The safety tools and processes being highlighted in the LDIs include putting safety first on every meeting agenda; rewarding and recognizing departments and staff members for safety successes; creating an atmosphere of trust by protecting those who speak up when they see a possible lapse in safety; facilitating a nonpunitive culture for unintended errors or mistakes; and ensuring that there are fair consequences for intended decisions to act against hospital safety rules.

“Leaders also participate in daily safety huddles where they talk about what they need to be aware of to keep patients safe that day, any events that have occurred in the past 24 hours and any prior safety issues they need to follow up on,” said Dr. Simon. “All of these leadership methods have been very effective in building a culture of safety.”

Meanwhile, leaders as well as staff members are taught the safety behaviors and error prevention tools of Support the Team; Speak Up for Safety Using Validate and Verify and ARCC (Ask a question; Request a change; voice a Concern; invoke the Chain of command); Self-Check Using STAR (Stop, Think, Act, Review); and Communicate Effectively Using SBAR (Situation, Background, Assessment, Recommendation). The training recurs every year, to make the use of safety behaviors and error prevention tools a habit among leaders and staff. “Because the message, training and education are consistent, safety has become expected or customary as opposed to ‘the new initiative for the year’ or ‘just another thing we have to do,’” Dr. Simon said.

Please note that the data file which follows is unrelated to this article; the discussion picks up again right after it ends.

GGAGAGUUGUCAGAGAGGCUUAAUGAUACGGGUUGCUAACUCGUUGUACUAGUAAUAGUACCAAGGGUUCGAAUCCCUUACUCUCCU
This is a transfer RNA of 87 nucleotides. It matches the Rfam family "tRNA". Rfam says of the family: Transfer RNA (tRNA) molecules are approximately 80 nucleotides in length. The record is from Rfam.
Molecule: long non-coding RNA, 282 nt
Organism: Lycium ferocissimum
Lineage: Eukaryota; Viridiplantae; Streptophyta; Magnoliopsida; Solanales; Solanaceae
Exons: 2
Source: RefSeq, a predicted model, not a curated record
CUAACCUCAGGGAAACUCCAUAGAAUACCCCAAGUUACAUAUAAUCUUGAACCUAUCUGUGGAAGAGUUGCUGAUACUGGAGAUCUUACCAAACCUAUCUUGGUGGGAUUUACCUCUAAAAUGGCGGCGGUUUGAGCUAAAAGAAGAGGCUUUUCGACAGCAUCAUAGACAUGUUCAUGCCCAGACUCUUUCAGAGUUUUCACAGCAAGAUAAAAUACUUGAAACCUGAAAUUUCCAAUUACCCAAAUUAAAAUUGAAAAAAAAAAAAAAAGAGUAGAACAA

To further ensure that the use of these behaviors and tools remains habitual, the organization provides additional reinforcement through a Safety Coaches program and a High Reliability Physician Mentors program.

Safety coaches are hospital staff members who volunteer to support their peers by recognizing through positive reinforcement when they use safety behaviors and error prevention tools in the course of care delivery, and coaching them when they appear to need guidance in the use of those behaviors and tools. High Reliability physician mentors are physicians who have been selected by their hospital’s leadership to train and engage the hospital’s medical staff in reliability and safety, as well as to check their progress, provide feedback on challenges and successes, and participate in open discussions.

There are multiple safety coaches and at least one physician mentor in each hospital, and all of them were chosen because they have a passion for safety, Dr. Simon said, adding, “That passion is at the core of these coaching and mentoring programs and it’s what makes the programs so successful in helping to improve safety throughout the organization.”

Safety Simulations and Structured Root Cause Analyses

To reinforce the safety culture, the organization has begun using safety simulations, according to Dr. Simon.